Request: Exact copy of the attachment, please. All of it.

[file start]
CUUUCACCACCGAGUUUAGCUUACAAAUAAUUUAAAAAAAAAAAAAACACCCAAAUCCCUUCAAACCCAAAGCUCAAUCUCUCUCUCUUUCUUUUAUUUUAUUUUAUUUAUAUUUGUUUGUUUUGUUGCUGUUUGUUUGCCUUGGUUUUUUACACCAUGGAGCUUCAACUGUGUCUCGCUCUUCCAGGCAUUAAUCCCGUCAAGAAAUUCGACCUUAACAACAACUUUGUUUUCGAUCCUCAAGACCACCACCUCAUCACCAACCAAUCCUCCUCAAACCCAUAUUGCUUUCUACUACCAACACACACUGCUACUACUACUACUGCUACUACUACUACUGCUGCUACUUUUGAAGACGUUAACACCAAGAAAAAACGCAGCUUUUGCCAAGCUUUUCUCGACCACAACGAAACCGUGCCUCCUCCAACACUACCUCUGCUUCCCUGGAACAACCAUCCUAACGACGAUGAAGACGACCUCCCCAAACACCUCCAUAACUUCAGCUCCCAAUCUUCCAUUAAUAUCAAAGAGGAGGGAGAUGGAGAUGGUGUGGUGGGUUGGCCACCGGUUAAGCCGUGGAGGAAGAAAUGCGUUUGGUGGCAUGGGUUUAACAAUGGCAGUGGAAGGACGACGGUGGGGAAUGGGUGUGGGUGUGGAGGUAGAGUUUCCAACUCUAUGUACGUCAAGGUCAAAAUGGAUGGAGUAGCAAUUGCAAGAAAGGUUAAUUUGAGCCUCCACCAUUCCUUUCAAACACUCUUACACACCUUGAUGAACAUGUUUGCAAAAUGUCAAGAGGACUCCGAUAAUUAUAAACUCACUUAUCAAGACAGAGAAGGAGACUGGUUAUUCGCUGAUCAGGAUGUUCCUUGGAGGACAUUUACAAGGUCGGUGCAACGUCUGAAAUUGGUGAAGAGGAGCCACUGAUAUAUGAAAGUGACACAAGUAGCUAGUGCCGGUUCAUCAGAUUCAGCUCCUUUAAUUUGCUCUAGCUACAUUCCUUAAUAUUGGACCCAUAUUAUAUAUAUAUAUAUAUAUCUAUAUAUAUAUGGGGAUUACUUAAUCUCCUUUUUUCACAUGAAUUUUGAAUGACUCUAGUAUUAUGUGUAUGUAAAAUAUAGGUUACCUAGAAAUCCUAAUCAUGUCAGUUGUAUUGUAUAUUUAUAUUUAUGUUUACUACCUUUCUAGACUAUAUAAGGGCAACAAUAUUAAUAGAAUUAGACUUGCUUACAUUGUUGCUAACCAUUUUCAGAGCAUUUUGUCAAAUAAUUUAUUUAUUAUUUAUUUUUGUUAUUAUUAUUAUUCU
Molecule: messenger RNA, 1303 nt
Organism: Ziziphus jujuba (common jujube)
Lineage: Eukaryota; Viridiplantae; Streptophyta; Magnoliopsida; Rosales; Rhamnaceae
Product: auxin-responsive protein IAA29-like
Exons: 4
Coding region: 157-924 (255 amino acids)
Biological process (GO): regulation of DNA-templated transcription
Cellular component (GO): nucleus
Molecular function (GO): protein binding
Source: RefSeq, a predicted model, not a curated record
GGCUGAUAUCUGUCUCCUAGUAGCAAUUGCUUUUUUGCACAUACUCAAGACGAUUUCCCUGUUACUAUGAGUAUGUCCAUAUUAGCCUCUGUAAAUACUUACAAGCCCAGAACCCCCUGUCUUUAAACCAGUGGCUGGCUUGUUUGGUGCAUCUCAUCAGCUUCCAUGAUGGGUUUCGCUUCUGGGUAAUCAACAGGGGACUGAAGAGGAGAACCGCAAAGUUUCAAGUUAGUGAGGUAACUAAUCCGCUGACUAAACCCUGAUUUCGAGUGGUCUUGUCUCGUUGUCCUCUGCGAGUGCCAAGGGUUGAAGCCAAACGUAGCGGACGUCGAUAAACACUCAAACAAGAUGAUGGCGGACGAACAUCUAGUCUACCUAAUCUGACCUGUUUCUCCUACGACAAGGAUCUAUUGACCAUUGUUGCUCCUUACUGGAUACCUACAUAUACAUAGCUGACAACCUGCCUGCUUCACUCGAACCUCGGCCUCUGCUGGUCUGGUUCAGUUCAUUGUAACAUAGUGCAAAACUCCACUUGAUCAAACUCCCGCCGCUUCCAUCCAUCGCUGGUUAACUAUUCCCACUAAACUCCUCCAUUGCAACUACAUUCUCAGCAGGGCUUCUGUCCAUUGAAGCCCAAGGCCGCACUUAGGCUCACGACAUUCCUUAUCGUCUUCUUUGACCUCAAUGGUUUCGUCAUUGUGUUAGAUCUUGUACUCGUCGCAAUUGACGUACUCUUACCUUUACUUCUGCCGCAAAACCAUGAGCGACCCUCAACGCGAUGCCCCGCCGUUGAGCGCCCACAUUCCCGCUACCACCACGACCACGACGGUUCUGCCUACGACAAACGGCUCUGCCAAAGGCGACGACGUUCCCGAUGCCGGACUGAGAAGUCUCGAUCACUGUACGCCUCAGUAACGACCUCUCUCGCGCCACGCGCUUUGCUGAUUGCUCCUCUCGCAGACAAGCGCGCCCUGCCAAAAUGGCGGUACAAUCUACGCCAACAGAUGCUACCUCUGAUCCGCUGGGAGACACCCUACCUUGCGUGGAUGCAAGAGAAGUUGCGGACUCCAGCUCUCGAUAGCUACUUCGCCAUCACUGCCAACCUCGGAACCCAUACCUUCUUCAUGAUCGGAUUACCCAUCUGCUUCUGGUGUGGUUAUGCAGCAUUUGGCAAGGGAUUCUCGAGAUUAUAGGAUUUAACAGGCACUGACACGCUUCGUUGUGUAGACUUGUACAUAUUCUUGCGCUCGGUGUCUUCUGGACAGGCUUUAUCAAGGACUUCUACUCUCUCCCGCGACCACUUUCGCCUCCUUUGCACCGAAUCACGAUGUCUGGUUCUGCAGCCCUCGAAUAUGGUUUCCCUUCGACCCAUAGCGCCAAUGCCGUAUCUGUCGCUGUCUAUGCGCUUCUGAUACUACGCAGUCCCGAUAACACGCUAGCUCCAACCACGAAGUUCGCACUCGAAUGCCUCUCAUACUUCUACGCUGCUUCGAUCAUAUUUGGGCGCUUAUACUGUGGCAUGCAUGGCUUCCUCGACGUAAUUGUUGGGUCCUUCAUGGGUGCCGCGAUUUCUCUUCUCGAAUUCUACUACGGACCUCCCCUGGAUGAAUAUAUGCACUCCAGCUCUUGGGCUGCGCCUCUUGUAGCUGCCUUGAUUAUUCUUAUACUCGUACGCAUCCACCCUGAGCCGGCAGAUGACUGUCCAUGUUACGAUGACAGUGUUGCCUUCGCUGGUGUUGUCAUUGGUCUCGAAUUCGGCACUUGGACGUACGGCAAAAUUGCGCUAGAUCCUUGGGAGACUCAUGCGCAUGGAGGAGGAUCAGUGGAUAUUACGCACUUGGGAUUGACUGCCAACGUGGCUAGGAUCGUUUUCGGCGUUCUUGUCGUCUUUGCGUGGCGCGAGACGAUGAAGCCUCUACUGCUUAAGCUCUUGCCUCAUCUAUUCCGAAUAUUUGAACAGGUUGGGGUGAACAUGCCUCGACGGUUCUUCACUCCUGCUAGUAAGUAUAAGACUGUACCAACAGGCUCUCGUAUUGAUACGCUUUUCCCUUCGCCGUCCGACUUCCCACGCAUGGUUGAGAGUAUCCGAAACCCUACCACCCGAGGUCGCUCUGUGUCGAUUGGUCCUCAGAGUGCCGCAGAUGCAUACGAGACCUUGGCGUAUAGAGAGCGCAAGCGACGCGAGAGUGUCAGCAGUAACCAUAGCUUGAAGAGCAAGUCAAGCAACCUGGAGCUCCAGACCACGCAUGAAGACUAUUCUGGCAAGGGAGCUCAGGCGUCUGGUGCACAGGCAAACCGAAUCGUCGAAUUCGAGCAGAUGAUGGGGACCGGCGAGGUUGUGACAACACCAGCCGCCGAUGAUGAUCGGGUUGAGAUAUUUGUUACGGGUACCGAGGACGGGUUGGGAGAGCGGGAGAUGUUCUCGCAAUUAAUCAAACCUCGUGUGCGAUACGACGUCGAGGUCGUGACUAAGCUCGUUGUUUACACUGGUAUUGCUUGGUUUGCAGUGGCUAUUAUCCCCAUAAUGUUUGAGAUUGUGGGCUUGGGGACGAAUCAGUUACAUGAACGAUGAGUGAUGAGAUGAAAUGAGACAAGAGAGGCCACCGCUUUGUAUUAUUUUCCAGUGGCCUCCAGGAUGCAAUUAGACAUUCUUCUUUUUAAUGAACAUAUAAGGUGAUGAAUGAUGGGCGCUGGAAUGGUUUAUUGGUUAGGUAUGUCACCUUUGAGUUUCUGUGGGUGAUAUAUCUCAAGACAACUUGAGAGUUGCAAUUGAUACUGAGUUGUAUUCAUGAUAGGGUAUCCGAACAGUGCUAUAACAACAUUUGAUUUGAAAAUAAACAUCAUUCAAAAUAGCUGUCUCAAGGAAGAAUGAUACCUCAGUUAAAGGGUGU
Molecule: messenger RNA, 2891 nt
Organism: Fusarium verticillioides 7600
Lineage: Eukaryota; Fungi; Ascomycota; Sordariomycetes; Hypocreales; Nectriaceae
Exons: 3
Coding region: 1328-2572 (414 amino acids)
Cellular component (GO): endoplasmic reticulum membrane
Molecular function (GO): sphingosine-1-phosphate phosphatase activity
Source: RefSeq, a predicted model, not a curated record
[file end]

CUUUCACCACCGAGUUUAGCUUACAAAUAAUUUAAAAAAAAAAAAAACACCCAAAUCCCUUCAAACCCAAAGCUCAAUCUCUCUCUCUUUCUUUUAUUUUAUUUUAUUUAUAUUUGUUUGUUUUGUUGCUGUUUGUUUGCCUUGGUUUUUUACACCAUGGAGCUUCAACUGUGUCUCGCUCUUCCAGGCAUUAAUCCCGUCAAGAAAUUCGACCUUAACAACAACUUUGUUUUCGAUCCUCAAGACCACCACCUCAUCACCAACCAAUCCUCCUCAAACCCAUAUUGCUUUCUACUACCAACACACACUGCUACUACUACUACUGCUACUACUACUACUGCUGCUACUUUUGAAGACGUUAACACCAAGAAAAAACGCAGCUUUUGCCAAGCUUUUCUCGACCACAACGAAACCGUGCCUCCUCCAACACUACCUCUGCUUCCCUGGAACAACCAUCCUAACGACGAUGAAGACGACCUCCCCAAACACCUCCAUAACUUCAGCUCCCAAUCUUCCAUUAAUAUCAAAGAGGAGGGAGAUGGAGAUGGUGUGGUGGGUUGGCCACCGGUUAAGCCGUGGAGGAAGAAAUGCGUUUGGUGGCAUGGGUUUAACAAUGGCAGUGGAAGGACGACGGUGGGGAAUGGGUGUGGGUGUGGAGGUAGAGUUUCCAACUCUAUGUACGUCAAGGUCAAAAUGGAUGGAGUAGCAAUUGCAAGAAAGGUUAAUUUGAGCCUCCACCAUUCCUUUCAAACACUCUUACACACCUUGAUGAACAUGUUUGCAAAAUGUCAAGAGGACUCCGAUAAUUAUAAACUCACUUAUCAAGACAGAGAAGGAGACUGGUUAUUCGCUGAUCAGGAUGUUCCUUGGAGGACAUUUACAAGGUCGGUGCAACGUCUGAAAUUGGUGAAGAGGAGCCACUGAUAUAUGAAAGUGACACAAGUAGCUAGUGCCGGUUCAUCAGAUUCAGCUCCUUUAAUUUGCUCUAGCUACAUUCCUUAAUAUUGGACCCAUAUUAUAUAUAUAUAUAUAUAUCUAUAUAUAUAUGGGGAUUACUUAAUCUCCUUUUUUCACAUGAAUUUUGAAUGACUCUAGUAUUAUGUGUAUGUAAAAUAUAGGUUACCUAGAAAUCCUAAUCAUGUCAGUUGUAUUGUAUAUUUAUAUUUAUGUUUACUACCUUUCUAGACUAUAUAAGGGCAACAAUAUUAAUAGAAUUAGACUUGCUUACAUUGUUGCUAACCAUUUUCAGAGCAUUUUGUCAAAUAAUUUAUUUAUUAUUUAUUUUUGUUAUUAUUAUUAUUCU
Molecule: messenger RNA, 1303 nt
Organism: Ziziphus jujuba (common jujube)
Lineage: Eukaryota; Viridiplantae; Streptophyta; Magnoliopsida; Rosales; Rhamnaceae
Product: auxin-responsive protein IAA29-like
Exons: 4
Coding region: 157-924 (255 amino acids)
Biological process (GO): regulation of DNA-templated transcription
Cellular component (GO): nucleus
Molecular function (GO): protein binding
Source: RefSeq, a predicted model, not a curated record
GGCUGAUAUCUGUCUCCUAGUAGCAAUUGCUUUUUUGCACAUACUCAAGACGAUUUCCCUGUUACUAUGAGUAUGUCCAUAUUAGCCUCUGUAAAUACUUACAAGCCCAGAACCCCCUGUCUUUAAACCAGUGGCUGGCUUGUUUGGUGCAUCUCAUCAGCUUCCAUGAUGGGUUUCGCUUCUGGGUAAUCAACAGGGGACUGAAGAGGAGAACCGCAAAGUUUCAAGUUAGUGAGGUAACUAAUCCGCUGACUAAACCCUGAUUUCGAGUGGUCUUGUCUCGUUGUCCUCUGCGAGUGCCAAGGGUUGAAGCCAAACGUAGCGGACGUCGAUAAACACUCAAACAAGAUGAUGGCGGACGAACAUCUAGUCUACCUAAUCUGACCUGUUUCUCCUACGACAAGGAUCUAUUGACCAUUGUUGCUCCUUACUGGAUACCUACAUAUACAUAGCUGACAACCUGCCUGCUUCACUCGAACCUCGGCCUCUGCUGGUCUGGUUCAGUUCAUUGUAACAUAGUGCAAAACUCCACUUGAUCAAACUCCCGCCGCUUCCAUCCAUCGCUGGUUAACUAUUCCCACUAAACUCCUCCAUUGCAACUACAUUCUCAGCAGGGCUUCUGUCCAUUGAAGCCCAAGGCCGCACUUAGGCUCACGACAUUCCUUAUCGUCUUCUUUGACCUCAAUGGUUUCGUCAUUGUGUUAGAUCUUGUACUCGUCGCAAUUGACGUACUCUUACCUUUACUUCUGCCGCAAAACCAUGAGCGACCCUCAACGCGAUGCCCCGCCGUUGAGCGCCCACAUUCCCGCUACCACCACGACCACGACGGUUCUGCCUACGACAAACGGCUCUGCCAAAGGCGACGACGUUCCCGAUGCCGGACUGAGAAGUCUCGAUCACUGUACGCCUCAGUAACGACCUCUCUCGCGCCACGCGCUUUGCUGAUUGCUCCUCUCGCAGACAAGCGCGCCCUGCCAAAAUGGCGGUACAAUCUACGCCAACAGAUGCUACCUCUGAUCCGCUGGGAGACACCCUACCUUGCGUGGAUGCAAGAGAAGUUGCGGACUCCAGCUCUCGAUAGCUACUUCGCCAUCACUGCCAACCUCGGAACCCAUACCUUCUUCAUGAUCGGAUUACCCAUCUGCUUCUGGUGUGGUUAUGCAGCAUUUGGCAAGGGAUUCUCGAGAUUAUAGGAUUUAACAGGCACUGACACGCUUCGUUGUGUAGACUUGUACAUAUUCUUGCGCUCGGUGUCUUCUGGACAGGCUUUAUCAAGGACUUCUACUCUCUCCCGCGACCACUUUCGCCUCCUUUGCACCGAAUCACGAUGUCUGGUUCUGCAGCCCUCGAAUAUGGUUUCCCUUCGACCCAUAGCGCCAAUGCCGUAUCUGUCGCUGUCUAUGCGCUUCUGAUACUACGCAGUCCCGAUAACACGCUAGCUCCAACCACGAAGUUCGCACUCGAAUGCCUCUCAUACUUCUACGCUGCUUCGAUCAUAUUUGGGCGCUUAUACUGUGGCAUGCAUGGCUUCCUCGACGUAAUUGUUGGGUCCUUCAUGGGUGCCGCGAUUUCUCUUCUCGAAUUCUACUACGGACCUCCCCUGGAUGAAUAUAUGCACUCCAGCUCUUGGGCUGCGCCUCUUGUAGCUGCCUUGAUUAUUCUUAUACUCGUACGCAUCCACCCUGAGCCGGCAGAUGACUGUCCAUGUUACGAUGACAGUGUUGCCUUCGCUGGUGUUGUCAUUGGUCUCGAAUUCGGCACUUGGACGUACGGCAAAAUUGCGCUAGAUCCUUGGGAGACUCAUGCGCAUGGAGGAGGAUCAGUGGAUAUUACGCACUUGGGAUUGACUGCCAACGUGGCUAGGAUCGUUUUCGGCGUUCUUGUCGUCUUUGCGUGGCGCGAGACGAUGAAGCCUCUACUGCUUAAGCUCUUGCCUCAUCUAUUCCGAAUAUUUGAACAGGUUGGGGUGAACAUGCCUCGACGGUUCUUCACUCCUGCUAGUAAGUAUAAGACUGUACCAACAGGCUCUCGUAUUGAUACGCUUUUCCCUUCGCCGUCCGACUUCCCACGCAUGGUUGAGAGUAUCCGAAACCCUACCACCCGAGGUCGCUCUGUGUCGAUUGGUCCUCAGAGUGCCGCAGAUGCAUACGAGACCUUGGCGUAUAGAGAGCGCAAGCGACGCGAGAGUGUCAGCAGUAACCAUAGCUUGAAGAGCAAGUCAAGCAACCUGGAGCUCCAGACCACGCAUGAAGACUAUUCUGGCAAGGGAGCUCAGGCGUCUGGUGCACAGGCAAACCGAAUCGUCGAAUUCGAGCAGAUGAUGGGGACCGGCGAGGUUGUGACAACACCAGCCGCCGAUGAUGAUCGGGUUGAGAUAUUUGUUACGGGUACCGAGGACGGGUUGGGAGAGCGGGAGAUGUUCUCGCAAUUAAUCAAACCUCGUGUGCGAUACGACGUCGAGGUCGUGACUAAGCUCGUUGUUUACACUGGUAUUGCUUGGUUUGCAGUGGCUAUUAUCCCCAUAAUGUUUGAGAUUGUGGGCUUGGGGACGAAUCAGUUACAUGAACGAUGAGUGAUGAGAUGAAAUGAGACAAGAGAGGCCACCGCUUUGUAUUAUUUUCCAGUGGCCUCCAGGAUGCAAUUAGACAUUCUUCUUUUUAAUGAACAUAUAAGGUGAUGAAUGAUGGGCGCUGGAAUGGUUUAUUGGUUAGGUAUGUCACCUUUGAGUUUCUGUGGGUGAUAUAUCUCAAGACAACUUGAGAGUUGCAAUUGAUACUGAGUUGUAUUCAUGAUAGGGUAUCCGAACAGUGCUAUAACAACAUUUGAUUUGAAAAUAAACAUCAUUCAAAAUAGCUGUCUCAAGGAAGAAUGAUACCUCAGUUAAAGGGUGU
Molecule: messenger RNA, 2891 nt
Organism: Fusarium verticillioides 7600
Lineage: Eukaryota; Fungi; Ascomycota; Sordariomycetes; Hypocreales; Nectriaceae
Exons: 3
Coding region: 1328-2572 (414 amino acids)
Cellular component (GO): endoplasmic reticulum membrane
Molecular function (GO): sphingosine-1-phosphate phosphatase activity
Source: RefSeq, a predicted model, not a curated record